The Lead AchieVe Aspire (LAVA) project to support leaders with lived experience thanks to National Lottery funding

Migrant Centre NI Lead AchieVAspire (LAVA) project based in Northern Ireland is celebrating today after being awarded almost £50,000 in National Lottery funding to put people with lived experience in the lead to influence wider societal change and build a network to share good practice and support emerging leaders to influence change.

The new grant from the UK’s biggest funder of community activity will see Migrant Centre NI working in partnership with Trade Unions, local business community, health sector, local councils, and education sector to identify and recruit potential new and emergency leaders from BAME backgrounds.

Migrant Centre NI will develop and deliver a leadership programme and opportunities for these recruits to engage with each other, existing leaders in the wider society, within NI and beyond, in order to generate new and innovate ideas to bring about positive change. Underpinning this work will be the lived experience of the some of the key members of the board, the organisation and their support, which will be key to opening up new networks and opportunities for these new leaders.

Pamela Dooley, MCNI Chairperson, said: “We are delighted to be able to deliver this project with the support of the National Lottery Community Fund. Migrant Centre will have a key worker to develop a bespoke pilot project recruiting and involving people from BAME backgrounds with experience who might lack the knowledge or capacity to lead the change based on what they’ve lived through. We want them to develop their skills and use their experiences to lead the so much needed change and to make the voices of the most marginalised in our society heard.”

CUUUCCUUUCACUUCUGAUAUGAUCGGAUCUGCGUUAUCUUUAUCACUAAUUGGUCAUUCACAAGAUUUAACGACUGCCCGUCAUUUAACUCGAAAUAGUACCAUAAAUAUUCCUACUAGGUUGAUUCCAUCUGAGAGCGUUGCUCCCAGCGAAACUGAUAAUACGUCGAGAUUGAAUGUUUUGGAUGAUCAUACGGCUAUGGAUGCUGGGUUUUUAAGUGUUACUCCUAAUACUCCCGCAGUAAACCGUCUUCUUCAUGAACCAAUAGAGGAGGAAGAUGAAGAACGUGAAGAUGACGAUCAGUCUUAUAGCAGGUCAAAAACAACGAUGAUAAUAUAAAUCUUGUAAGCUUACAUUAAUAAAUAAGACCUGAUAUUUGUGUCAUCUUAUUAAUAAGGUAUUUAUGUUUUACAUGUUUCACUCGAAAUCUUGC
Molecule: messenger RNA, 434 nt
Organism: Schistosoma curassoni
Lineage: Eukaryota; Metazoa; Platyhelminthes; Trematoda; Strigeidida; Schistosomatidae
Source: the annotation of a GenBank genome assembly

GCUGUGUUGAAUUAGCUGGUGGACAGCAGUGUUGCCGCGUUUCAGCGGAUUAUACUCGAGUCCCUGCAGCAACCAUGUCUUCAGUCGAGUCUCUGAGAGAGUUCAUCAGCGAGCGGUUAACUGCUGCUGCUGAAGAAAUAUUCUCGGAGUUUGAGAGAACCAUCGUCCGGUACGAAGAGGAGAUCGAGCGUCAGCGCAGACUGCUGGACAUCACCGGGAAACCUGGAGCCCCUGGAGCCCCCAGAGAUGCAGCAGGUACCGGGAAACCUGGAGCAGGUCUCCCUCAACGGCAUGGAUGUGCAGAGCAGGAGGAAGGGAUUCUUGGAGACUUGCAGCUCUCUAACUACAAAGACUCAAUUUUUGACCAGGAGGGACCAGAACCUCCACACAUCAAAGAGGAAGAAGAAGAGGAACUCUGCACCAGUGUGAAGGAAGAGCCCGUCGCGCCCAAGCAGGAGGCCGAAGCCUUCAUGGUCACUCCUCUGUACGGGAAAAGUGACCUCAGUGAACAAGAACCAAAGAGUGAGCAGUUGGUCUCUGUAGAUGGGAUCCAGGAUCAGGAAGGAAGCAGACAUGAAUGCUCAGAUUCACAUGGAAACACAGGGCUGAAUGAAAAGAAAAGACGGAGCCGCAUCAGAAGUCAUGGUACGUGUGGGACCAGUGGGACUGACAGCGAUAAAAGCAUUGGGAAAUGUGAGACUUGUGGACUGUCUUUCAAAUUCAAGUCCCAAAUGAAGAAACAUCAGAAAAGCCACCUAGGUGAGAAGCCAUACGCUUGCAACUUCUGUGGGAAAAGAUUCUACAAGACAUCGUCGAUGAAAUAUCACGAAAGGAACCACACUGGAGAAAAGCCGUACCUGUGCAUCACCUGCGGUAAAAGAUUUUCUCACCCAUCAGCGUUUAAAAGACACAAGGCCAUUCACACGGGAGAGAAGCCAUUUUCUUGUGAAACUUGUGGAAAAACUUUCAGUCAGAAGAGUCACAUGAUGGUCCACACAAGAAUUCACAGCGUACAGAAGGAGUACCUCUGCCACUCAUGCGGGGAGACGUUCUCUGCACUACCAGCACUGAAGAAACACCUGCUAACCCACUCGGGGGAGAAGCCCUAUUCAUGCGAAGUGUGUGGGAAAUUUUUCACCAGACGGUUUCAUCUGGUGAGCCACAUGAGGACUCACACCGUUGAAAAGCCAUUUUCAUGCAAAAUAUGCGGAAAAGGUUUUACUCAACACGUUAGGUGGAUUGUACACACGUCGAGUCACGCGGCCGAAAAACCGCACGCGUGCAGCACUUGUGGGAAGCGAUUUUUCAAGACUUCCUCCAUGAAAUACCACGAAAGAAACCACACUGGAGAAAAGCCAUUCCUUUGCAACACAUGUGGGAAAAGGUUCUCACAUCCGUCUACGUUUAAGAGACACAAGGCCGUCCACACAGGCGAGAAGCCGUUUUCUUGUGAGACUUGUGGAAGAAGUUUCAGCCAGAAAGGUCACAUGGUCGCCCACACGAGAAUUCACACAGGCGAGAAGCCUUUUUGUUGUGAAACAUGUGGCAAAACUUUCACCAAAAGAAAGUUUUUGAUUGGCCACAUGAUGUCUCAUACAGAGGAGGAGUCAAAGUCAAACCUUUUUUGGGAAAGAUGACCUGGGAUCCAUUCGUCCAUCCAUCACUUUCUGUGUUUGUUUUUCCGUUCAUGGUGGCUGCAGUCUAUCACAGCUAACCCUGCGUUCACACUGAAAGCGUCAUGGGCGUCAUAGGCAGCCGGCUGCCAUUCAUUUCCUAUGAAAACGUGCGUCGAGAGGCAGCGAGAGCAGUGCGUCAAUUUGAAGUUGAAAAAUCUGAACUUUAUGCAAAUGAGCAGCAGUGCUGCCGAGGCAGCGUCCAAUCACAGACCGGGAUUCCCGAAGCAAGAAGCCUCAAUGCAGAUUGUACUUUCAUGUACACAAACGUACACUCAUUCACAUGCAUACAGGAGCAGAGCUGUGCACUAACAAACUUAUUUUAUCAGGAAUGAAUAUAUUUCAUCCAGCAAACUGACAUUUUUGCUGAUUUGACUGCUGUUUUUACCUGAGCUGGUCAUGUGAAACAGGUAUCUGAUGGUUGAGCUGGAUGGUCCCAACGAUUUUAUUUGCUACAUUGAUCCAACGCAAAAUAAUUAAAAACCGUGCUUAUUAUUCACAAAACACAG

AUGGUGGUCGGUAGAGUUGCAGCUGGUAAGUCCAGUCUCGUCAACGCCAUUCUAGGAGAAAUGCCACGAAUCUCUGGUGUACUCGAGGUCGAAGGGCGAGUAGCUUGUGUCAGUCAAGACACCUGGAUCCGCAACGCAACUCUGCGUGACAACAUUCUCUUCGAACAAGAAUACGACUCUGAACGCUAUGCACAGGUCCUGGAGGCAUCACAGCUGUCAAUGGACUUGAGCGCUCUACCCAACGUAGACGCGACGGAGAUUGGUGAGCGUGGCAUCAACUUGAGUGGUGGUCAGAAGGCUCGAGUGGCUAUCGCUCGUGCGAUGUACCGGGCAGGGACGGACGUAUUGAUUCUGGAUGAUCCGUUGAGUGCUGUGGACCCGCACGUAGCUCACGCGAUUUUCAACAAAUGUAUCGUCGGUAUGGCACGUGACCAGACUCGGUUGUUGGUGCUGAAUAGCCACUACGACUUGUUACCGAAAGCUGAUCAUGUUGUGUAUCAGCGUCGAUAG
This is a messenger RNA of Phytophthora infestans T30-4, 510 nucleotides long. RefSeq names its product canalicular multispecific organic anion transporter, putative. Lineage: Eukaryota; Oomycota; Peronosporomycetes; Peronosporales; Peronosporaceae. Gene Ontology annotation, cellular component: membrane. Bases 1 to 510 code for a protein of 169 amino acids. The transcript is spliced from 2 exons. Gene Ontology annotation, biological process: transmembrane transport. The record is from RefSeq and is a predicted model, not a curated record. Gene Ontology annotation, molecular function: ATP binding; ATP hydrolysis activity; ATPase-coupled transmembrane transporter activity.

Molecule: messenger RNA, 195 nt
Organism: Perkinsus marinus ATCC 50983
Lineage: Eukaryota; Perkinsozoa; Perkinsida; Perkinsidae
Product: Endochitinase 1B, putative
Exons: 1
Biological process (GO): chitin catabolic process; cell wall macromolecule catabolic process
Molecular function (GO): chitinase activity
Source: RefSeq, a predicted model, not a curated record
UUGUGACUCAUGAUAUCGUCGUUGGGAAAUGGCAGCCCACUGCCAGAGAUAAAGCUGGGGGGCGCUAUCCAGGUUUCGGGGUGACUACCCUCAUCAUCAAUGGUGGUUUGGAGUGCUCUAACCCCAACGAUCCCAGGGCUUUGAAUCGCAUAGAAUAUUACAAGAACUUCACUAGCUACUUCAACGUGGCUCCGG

The grant is part of The National Lottery Community Fund’s £800,000 Lived Experience Leaders Pilot Programme, an initiative which aims to better embed ‘experts by experience’ in all aspects of an organisation’s operations – and enable the Fund and the wider sector to continue testing and learning about how people with first-hand experience can become leaders and how funders can support them.

Joe Ferns, UK Knowledge and Portfolio Director at The National Lottery Community Fund said:

“Thanks to National Lottery players, people with lived experience will use their unique expertise to lead social change and help their communities to thrive. We know that supporting those with first-hand experience to become leaders is a key enabler for civil society to do more, help more people and for our sector to have a greater impact.”

This pilot programme, which was developed through workshops across the UK involving more than 70 lived experience leaders, is a core part of The National Lottery Community Fund’s ‘people in the lead’ strategy.

Today’s announcement is also a key part of The National Lottery Community Fund’s commitment to enabling civil society to be fit for the future – helping organisations and the social sector create opportunities for people with first-hand experience to be at the forefront of decision making.

To find out more visit www.TNLCommunityFund.org.uk

The Belonging Project